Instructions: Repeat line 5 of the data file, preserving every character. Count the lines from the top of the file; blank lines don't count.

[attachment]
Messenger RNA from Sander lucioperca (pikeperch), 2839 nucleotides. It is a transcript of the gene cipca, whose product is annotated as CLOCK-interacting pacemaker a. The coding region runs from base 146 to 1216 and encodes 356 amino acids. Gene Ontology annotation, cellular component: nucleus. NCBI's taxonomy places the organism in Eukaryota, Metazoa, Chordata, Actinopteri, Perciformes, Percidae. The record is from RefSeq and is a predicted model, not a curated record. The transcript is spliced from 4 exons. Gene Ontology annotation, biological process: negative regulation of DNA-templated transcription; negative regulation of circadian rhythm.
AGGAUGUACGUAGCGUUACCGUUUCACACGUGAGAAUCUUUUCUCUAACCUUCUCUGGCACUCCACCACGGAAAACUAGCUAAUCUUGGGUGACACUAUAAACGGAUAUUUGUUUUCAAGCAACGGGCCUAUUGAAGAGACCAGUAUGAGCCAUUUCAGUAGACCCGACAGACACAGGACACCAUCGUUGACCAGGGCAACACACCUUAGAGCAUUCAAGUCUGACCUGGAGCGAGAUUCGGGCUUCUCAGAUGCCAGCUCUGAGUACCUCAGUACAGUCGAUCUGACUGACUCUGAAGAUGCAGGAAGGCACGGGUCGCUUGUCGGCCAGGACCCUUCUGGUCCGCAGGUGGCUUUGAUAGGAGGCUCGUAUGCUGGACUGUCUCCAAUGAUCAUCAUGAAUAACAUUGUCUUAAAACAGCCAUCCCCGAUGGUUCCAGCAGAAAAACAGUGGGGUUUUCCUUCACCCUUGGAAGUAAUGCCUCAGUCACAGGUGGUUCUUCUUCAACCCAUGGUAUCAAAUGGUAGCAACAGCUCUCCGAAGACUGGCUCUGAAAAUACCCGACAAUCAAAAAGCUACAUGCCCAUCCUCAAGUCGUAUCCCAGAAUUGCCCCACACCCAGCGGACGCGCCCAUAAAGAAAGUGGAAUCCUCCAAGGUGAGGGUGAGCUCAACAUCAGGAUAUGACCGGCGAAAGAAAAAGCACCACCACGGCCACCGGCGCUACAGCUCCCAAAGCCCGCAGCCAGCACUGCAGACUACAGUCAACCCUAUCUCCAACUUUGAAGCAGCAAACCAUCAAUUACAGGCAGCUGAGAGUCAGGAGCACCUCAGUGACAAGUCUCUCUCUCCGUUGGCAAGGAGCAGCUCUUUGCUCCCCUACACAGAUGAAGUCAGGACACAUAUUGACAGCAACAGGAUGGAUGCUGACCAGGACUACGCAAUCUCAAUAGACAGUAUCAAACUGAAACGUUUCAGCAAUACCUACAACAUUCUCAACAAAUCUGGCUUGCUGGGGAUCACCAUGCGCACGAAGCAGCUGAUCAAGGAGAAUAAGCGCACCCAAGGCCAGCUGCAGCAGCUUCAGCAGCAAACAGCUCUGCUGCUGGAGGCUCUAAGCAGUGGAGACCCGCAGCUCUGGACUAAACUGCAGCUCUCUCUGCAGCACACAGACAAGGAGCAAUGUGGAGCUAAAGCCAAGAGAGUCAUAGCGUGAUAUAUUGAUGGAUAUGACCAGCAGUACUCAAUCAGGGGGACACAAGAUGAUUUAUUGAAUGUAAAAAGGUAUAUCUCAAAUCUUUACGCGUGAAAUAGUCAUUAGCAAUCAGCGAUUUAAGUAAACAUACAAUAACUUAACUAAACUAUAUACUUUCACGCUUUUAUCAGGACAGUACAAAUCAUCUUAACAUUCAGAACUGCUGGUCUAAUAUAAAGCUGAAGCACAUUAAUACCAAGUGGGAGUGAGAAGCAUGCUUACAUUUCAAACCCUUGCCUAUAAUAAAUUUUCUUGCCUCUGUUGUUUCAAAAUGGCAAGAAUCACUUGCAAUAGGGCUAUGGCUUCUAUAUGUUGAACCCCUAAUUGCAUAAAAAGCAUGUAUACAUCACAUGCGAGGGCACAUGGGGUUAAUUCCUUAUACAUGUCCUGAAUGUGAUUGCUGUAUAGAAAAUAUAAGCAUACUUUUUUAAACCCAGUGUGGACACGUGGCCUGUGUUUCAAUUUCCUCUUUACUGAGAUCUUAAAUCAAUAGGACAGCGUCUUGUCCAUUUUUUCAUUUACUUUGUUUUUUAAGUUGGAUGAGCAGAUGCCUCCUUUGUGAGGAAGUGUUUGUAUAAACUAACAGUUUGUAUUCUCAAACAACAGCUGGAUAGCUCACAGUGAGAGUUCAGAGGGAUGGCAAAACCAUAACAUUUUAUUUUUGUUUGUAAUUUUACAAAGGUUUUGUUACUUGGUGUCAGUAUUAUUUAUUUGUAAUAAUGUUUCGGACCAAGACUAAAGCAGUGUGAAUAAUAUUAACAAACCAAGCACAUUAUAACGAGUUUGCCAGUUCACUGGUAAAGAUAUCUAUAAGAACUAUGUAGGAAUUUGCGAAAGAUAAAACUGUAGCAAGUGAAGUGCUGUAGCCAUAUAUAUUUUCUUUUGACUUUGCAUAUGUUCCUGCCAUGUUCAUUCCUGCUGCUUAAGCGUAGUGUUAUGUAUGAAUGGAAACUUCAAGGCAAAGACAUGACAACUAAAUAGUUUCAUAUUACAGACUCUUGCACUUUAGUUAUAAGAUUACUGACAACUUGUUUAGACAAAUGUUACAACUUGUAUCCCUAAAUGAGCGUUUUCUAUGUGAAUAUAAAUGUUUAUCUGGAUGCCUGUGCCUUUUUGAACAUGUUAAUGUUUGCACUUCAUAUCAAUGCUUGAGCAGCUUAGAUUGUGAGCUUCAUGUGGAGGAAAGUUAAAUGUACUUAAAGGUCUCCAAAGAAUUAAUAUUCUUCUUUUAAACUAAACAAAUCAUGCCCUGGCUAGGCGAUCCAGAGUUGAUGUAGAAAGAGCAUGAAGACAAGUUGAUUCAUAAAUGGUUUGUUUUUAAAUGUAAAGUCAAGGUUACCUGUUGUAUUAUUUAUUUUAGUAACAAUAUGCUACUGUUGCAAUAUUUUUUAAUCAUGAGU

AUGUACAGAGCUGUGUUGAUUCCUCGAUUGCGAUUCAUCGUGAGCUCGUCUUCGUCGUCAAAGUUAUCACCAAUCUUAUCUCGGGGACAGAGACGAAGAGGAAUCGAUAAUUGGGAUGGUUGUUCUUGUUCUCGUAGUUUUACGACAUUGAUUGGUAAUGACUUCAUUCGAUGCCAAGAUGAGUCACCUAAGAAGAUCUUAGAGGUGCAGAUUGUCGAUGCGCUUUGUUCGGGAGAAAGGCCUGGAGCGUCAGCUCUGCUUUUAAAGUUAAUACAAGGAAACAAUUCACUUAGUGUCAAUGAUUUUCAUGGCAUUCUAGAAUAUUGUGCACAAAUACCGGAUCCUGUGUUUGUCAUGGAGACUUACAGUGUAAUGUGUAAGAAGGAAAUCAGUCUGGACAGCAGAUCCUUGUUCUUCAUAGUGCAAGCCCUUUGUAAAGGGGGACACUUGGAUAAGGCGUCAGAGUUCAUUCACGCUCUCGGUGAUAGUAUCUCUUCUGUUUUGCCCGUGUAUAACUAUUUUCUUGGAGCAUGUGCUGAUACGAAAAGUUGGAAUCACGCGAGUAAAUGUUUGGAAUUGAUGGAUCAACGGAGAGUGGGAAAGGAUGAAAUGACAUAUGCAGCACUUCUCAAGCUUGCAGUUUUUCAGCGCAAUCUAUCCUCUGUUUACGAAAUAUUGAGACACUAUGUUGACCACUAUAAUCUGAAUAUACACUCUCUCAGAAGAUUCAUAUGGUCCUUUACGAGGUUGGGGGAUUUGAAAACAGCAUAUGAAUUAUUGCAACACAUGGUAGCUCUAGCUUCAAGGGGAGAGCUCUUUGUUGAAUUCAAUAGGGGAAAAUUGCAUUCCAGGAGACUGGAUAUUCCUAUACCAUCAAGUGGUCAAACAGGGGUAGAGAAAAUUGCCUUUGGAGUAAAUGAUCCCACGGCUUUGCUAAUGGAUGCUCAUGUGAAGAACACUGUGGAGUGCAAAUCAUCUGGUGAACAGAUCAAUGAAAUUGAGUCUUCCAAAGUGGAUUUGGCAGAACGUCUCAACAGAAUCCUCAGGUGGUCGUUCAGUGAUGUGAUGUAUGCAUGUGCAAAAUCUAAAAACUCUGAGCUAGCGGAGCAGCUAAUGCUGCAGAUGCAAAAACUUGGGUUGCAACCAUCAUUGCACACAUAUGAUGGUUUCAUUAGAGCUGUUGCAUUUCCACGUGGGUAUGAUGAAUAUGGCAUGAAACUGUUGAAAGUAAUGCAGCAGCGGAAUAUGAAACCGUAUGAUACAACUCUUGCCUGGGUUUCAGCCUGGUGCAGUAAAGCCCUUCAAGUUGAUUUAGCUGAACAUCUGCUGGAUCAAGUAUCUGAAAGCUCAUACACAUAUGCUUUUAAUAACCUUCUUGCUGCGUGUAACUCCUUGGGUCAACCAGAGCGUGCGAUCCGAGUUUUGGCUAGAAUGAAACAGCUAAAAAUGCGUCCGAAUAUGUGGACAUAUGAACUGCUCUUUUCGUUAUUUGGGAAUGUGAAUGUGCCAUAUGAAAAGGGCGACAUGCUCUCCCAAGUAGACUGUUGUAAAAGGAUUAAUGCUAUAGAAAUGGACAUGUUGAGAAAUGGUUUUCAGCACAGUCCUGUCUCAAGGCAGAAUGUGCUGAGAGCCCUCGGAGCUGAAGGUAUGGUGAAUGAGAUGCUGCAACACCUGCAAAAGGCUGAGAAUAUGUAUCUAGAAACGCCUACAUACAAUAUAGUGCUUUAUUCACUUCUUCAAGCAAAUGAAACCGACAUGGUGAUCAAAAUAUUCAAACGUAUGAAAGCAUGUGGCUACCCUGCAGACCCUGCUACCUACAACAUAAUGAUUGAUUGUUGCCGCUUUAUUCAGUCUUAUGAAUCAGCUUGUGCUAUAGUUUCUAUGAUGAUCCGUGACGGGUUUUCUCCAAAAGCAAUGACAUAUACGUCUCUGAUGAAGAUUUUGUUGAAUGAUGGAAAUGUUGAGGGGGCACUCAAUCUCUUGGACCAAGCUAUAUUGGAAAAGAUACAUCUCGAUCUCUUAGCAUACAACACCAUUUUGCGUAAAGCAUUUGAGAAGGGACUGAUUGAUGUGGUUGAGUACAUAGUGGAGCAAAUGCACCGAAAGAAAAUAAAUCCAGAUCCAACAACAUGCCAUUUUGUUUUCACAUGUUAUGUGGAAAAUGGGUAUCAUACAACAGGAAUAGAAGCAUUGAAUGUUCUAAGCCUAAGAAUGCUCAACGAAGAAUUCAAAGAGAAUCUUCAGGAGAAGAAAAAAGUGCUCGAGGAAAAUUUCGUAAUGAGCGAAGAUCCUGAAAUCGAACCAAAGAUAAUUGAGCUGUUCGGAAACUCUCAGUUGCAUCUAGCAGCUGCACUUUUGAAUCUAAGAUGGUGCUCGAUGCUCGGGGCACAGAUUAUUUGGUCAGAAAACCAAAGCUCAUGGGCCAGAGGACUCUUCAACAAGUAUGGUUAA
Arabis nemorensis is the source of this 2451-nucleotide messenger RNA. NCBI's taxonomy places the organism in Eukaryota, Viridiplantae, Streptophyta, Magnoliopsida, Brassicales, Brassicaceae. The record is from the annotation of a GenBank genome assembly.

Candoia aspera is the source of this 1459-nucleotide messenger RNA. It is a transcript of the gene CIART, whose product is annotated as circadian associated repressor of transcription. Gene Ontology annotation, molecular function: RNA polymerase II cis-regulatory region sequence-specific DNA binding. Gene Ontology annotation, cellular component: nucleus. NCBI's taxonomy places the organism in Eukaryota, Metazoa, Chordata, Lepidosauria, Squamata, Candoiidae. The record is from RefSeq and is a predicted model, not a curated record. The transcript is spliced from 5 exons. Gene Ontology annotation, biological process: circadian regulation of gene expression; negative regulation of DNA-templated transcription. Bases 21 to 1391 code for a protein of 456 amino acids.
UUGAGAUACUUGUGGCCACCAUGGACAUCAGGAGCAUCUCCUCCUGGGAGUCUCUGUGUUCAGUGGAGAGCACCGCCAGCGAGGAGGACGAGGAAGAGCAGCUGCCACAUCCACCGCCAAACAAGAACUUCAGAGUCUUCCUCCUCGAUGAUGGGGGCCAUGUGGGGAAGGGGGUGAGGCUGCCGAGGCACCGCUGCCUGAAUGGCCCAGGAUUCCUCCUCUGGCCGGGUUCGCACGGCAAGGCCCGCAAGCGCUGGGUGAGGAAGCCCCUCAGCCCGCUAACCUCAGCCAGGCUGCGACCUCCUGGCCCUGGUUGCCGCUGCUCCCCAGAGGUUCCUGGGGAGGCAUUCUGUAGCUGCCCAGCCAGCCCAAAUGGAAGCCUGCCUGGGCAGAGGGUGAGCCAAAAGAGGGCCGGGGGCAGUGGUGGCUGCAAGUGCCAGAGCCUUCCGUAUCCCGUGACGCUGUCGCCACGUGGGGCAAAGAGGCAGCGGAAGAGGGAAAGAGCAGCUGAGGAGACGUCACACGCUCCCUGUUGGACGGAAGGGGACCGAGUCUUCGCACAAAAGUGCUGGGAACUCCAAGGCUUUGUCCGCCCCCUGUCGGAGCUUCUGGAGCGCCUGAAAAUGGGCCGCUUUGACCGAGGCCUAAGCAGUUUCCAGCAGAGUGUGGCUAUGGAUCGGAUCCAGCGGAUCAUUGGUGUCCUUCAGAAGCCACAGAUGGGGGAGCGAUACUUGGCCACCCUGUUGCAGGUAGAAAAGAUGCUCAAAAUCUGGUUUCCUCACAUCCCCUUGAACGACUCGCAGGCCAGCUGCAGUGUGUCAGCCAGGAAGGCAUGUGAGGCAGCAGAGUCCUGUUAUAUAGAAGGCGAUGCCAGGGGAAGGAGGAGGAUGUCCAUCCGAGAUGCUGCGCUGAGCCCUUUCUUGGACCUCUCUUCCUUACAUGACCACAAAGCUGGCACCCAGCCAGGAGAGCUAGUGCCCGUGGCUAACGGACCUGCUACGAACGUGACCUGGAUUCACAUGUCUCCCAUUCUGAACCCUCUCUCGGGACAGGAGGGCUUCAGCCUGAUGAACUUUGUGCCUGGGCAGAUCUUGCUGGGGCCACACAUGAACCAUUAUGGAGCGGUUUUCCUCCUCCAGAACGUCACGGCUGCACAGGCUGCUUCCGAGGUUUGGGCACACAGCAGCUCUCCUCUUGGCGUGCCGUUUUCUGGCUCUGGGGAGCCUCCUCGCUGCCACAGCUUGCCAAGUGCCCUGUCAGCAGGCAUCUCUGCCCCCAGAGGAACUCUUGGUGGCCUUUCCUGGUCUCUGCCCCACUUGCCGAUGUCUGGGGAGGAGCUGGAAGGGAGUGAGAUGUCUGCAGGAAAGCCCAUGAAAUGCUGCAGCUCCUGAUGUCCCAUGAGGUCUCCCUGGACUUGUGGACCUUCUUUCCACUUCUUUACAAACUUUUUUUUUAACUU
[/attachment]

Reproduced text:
Candoia aspera is the source of this 1459-nucleotide messenger RNA. It is a transcript of the gene CIART, whose product is annotated as circadian associated repressor of transcription. Gene Ontology annotation, molecular function: RNA polymerase II cis-regulatory region sequence-specific DNA binding. Gene Ontology annotation, cellular component: nucleus. NCBI's taxonomy places the organism in Eukaryota, Metazoa, Chordata, Lepidosauria, Squamata, Candoiidae. The record is from RefSeq and is a predicted model, not a curated record. The transcript is spliced from 5 exons. Gene Ontology annotation, biological process: circadian regulation of gene expression; negative regulation of DNA-templated transcription. Bases 21 to 1391 code for a protein of 456 amino acids.